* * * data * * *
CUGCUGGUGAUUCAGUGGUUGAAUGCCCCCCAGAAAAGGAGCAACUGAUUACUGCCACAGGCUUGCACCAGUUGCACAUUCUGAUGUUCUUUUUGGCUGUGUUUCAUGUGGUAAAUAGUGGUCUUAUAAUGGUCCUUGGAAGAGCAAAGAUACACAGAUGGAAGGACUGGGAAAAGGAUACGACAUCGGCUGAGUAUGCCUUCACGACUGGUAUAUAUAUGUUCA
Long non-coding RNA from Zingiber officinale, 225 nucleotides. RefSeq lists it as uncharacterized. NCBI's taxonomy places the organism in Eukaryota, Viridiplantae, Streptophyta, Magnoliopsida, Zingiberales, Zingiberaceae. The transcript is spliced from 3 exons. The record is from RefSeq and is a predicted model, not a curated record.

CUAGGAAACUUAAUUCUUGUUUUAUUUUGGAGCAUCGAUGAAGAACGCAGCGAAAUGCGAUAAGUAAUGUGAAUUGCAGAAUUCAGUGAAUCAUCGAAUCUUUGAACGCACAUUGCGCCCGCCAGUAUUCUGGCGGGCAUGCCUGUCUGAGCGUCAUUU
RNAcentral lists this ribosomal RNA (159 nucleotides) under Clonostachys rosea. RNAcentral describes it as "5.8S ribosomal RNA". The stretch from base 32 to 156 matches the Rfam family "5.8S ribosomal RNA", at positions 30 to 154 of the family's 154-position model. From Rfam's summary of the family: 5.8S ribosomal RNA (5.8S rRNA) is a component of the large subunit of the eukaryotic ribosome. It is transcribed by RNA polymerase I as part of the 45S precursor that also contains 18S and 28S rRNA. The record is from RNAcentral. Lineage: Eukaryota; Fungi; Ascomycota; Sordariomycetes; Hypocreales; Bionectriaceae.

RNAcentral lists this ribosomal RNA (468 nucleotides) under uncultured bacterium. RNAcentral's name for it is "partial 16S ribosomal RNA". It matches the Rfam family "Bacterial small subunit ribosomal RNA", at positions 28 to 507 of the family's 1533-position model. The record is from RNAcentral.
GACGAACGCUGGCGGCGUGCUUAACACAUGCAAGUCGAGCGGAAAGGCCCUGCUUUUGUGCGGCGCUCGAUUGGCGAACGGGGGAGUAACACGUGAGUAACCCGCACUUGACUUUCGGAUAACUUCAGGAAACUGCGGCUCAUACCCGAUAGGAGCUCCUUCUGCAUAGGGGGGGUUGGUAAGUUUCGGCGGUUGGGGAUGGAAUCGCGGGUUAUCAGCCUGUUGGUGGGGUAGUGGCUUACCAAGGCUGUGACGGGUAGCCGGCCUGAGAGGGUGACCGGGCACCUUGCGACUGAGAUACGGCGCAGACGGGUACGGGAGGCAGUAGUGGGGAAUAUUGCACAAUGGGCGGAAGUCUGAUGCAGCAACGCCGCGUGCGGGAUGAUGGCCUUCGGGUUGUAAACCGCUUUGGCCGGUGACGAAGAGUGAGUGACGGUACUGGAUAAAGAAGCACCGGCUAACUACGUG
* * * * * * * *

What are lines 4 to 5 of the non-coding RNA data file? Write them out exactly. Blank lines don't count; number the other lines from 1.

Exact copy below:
RNAcentral lists this ribosomal RNA (159 nucleotides) under Clonostachys rosea. RNAcentral describes it as "5.8S ribosomal RNA". The stretch from base 32 to 156 matches the Rfam family "5.8S ribosomal RNA", at positions 30 to 154 of the family's 154-position model. From Rfam's summary of the family: 5.8S ribosomal RNA (5.8S rRNA) is a component of the large subunit of the eukaryotic ribosome. It is transcribed by RNA polymerase I as part of the 45S precursor that also contains 18S and 28S rRNA. The record is from RNAcentral. Lineage: Eukaryota; Fungi; Ascomycota; Sordariomycetes; Hypocreales; Bionectriaceae.

RNAcentral lists this ribosomal RNA (468 nucleotides) under uncultured bacterium. RNAcentral's name for it is "partial 16S ribosomal RNA". It matches the Rfam family "Bacterial small subunit ribosomal RNA", at positions 28 to 507 of the family's 1533-position model. The record is from RNAcentral.